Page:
Here’s what you need to know as rain turns to snow Tuesday.
WASHINGTON — The WUSA9 Weather Watch team has issued a Weather Watch Alert until noon Tuesday for morning rain ending in snow.
There will be a moderate to heavy period of snow in the Metro from 7 a.m. – 10 a.m. All rain and snow showers end late Tuesday morning with northwest winds picking up with gusts over 25 mph.
Most of the heaviest snow was visible in Loudoun County, Virginia, but snowflakes began falling in D.C. around 8:15 a.m. WUSA9 Weather Watcher Matt Jones shared this photo from his deck in Eastern Allegany County, Maryland.
Highs Tuesday remain in the 40s. Plan on a slow morning commute with some slushy accumulation all the way to D.C. One to three inches of wet snow is possible north and west of D.C.
Several school districts in our region are on a two-hour delay due to the weather. Montgomery County Schools and Fairfax County Schools are among the schools on a delay. Loudoun County Schools and Washington County Schools have closed for the day Tuesday.
7:55 a.m.: Beach Drive has reopened between Connecticut Avenue and Cedar Lane in Montgomery County after a report of a downed tree.
7:45 a.m.: Some crashes have been reported due to weather conditions. In Frederick County, Virginia, all lanes are blocked before the turn-off for US-15 southbound due to a multi-vehicle crash with injury.
6:24 a.m.: U.S Capitol Police reports the three eastbound lanes in the 300 block of Independence Avenue, SW, between 3rd and 4th Streets are closed due to a down tree. Please use alternate routes and expect delays.
6:30 a.m.: The Maryland State Police at Frederick Barrack “B” report that due to current weather and road conditions, the Snow Emergency Plan for Frederick County will be implemented at
The following highways have been designated as Snow Emergency Routes in Frederick County:
U.S. Route 40 (Alternate)
Once the Snow Emergency Plan has been placed in effect, Maryland Law requires motorists to operate vehicles that are equipped with snow tires as designated by the manufacturer or equipped with chains.
If you cannot stay home, AAA suggests drivers always check weather conditions before heading out. Drivers should always travel with a full tank of gas, a fully charged cell phone and wear a seatbelt.
If traffic signals are not working because a power outage, you must stop at the intersection and then proceed when you know other turning and approaching cars, bikes or pedestrians have stopped. Treat a blacked-out traffic signal as a four-way stop intersection.
While driving on black ice, people should proceed slowly and smoothly. AAA says to avoid any sudden acceleration, braking and steering. If you have antilock brakes, use steady pressure – don’t pump.
If you get stuck in snow or ice, AAA suggests straightening the wheel and accelerating slowly. Try adding sand, traction mats or cat litter under the drive wheels to avoid spinning tires.
AAA recommends that all drivers make sure they have an emergency kit ready for any winter weather. Items to have in your car include:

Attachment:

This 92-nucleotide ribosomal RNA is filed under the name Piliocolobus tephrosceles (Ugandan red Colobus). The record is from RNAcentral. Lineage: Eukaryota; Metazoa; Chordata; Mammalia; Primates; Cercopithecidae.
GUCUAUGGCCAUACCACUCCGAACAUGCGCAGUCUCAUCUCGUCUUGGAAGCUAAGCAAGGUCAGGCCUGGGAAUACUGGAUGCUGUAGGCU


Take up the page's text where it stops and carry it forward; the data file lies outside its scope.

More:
- Snow shovel
- Scraper or de-icer
- Extra blankets
- Warm clothing
- Extra medications.
And: Always travel with a full tank of gas.
So far, no significant damages have been reported as a result of this storm. Wind is expected to pick up with gusts of up to 25 mph once rain and snow moves out.
It is important to know how to prepare and stay safe during severe weather. There are several ways you can make sure you are ready.
- High winds regularly down trees and heavy branches in the DMV region, so avoid standing or walking under tree canopies.
- Be supplied: Have medical equipment, medical supplies or any critical medications on hand and enough for 5-7 days.
- Figure out how and where everyone will meet up with each other if you get separated.
- Sign up for text alerts/weather warnings that may be offered by your locality.
- Secure garbage cans, lawn furniture or anything that could cause damage.
As of 8 a.m., Dominion Energy was reporting about 195 customers without power in our region. Pepco was reporting about 225 customers without power. There is no word yet when power will be restored.
A power outage can be caused by a myriad of things but it is important to be as prepared as you possibly can, especially during severe weather. Extended power outages can impact everyone from a home to an entire community. It can cause issues with communication, prevent the use of medical devices, impact access to water and cause food to spoil while grocery stores may be closed.
Dominion Energy says residents should not connect any portable generators to a home’s electrical system. Under no circumstances should you ever bring a generator into your home in order to create heat. Odorless and colorless carbon monoxide gas from gas-fueled heaters and generators can build up, resulting in injuries or even death.
All news and articles are copyrighted to the respective authors and/or News Broadcasters. eWeatherNews is an independent Online News Aggregator
Read more from original source here…